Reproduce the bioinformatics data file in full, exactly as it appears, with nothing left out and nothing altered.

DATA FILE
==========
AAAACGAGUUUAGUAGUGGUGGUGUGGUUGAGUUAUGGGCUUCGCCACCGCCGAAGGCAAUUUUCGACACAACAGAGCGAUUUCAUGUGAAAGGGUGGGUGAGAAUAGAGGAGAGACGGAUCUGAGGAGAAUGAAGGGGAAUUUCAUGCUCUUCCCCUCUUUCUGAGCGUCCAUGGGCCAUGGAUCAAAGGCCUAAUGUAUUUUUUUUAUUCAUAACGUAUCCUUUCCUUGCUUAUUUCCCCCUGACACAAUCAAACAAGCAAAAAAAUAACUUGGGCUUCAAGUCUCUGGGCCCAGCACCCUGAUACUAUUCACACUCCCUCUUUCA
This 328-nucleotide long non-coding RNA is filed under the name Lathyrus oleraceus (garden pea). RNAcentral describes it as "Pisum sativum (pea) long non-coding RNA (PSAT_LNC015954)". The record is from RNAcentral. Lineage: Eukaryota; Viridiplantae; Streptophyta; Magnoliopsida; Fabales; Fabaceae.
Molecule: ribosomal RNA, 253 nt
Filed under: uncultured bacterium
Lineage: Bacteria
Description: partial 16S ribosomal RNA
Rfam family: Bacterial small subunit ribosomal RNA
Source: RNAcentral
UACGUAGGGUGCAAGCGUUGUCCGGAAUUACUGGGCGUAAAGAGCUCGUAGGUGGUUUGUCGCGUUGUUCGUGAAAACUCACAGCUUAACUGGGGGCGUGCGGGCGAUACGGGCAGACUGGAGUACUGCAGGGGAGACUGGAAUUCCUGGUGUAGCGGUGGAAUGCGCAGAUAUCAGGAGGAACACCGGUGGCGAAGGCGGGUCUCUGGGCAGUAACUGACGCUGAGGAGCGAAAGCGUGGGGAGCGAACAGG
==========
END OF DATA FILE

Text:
AAAACGAGUUUAGUAGUGGUGGUGUGGUUGAGUUAUGGGCUUCGCCACCGCCGAAGGCAAUUUUCGACACAACAGAGCGAUUUCAUGUGAAAGGGUGGGUGAGAAUAGAGGAGAGACGGAUCUGAGGAGAAUGAAGGGGAAUUUCAUGCUCUUCCCCUCUUUCUGAGCGUCCAUGGGCCAUGGAUCAAAGGCCUAAUGUAUUUUUUUUAUUCAUAACGUAUCCUUUCCUUGCUUAUUUCCCCCUGACACAAUCAAACAAGCAAAAAAAUAACUUGGGCUUCAAGUCUCUGGGCCCAGCACCCUGAUACUAUUCACACUCCCUCUUUCA
This 328-nucleotide long non-coding RNA is filed under the name Lathyrus oleraceus (garden pea). RNAcentral describes it as "Pisum sativum (pea) long non-coding RNA (PSAT_LNC015954)". The record is from RNAcentral. Lineage: Eukaryota; Viridiplantae; Streptophyta; Magnoliopsida; Fabales; Fabaceae.
Molecule: ribosomal RNA, 253 nt
Filed under: uncultured bacterium
Lineage: Bacteria
Description: partial 16S ribosomal RNA
Rfam family: Bacterial small subunit ribosomal RNA
Source: RNAcentral
UACGUAGGGUGCAAGCGUUGUCCGGAAUUACUGGGCGUAAAGAGCUCGUAGGUGGUUUGUCGCGUUGUUCGUGAAAACUCACAGCUUAACUGGGGGCGUGCGGGCGAUACGGGCAGACUGGAGUACUGCAGGGGAGACUGGAAUUCCUGGUGUAGCGGUGGAAUGCGCAGAUAUCAGGAGGAACACCGGUGGCGAAGGCGGGUCUCUGGGCAGUAACUGACGCUGAGGAGCGAAAGCGUGGGGAGCGAACAGG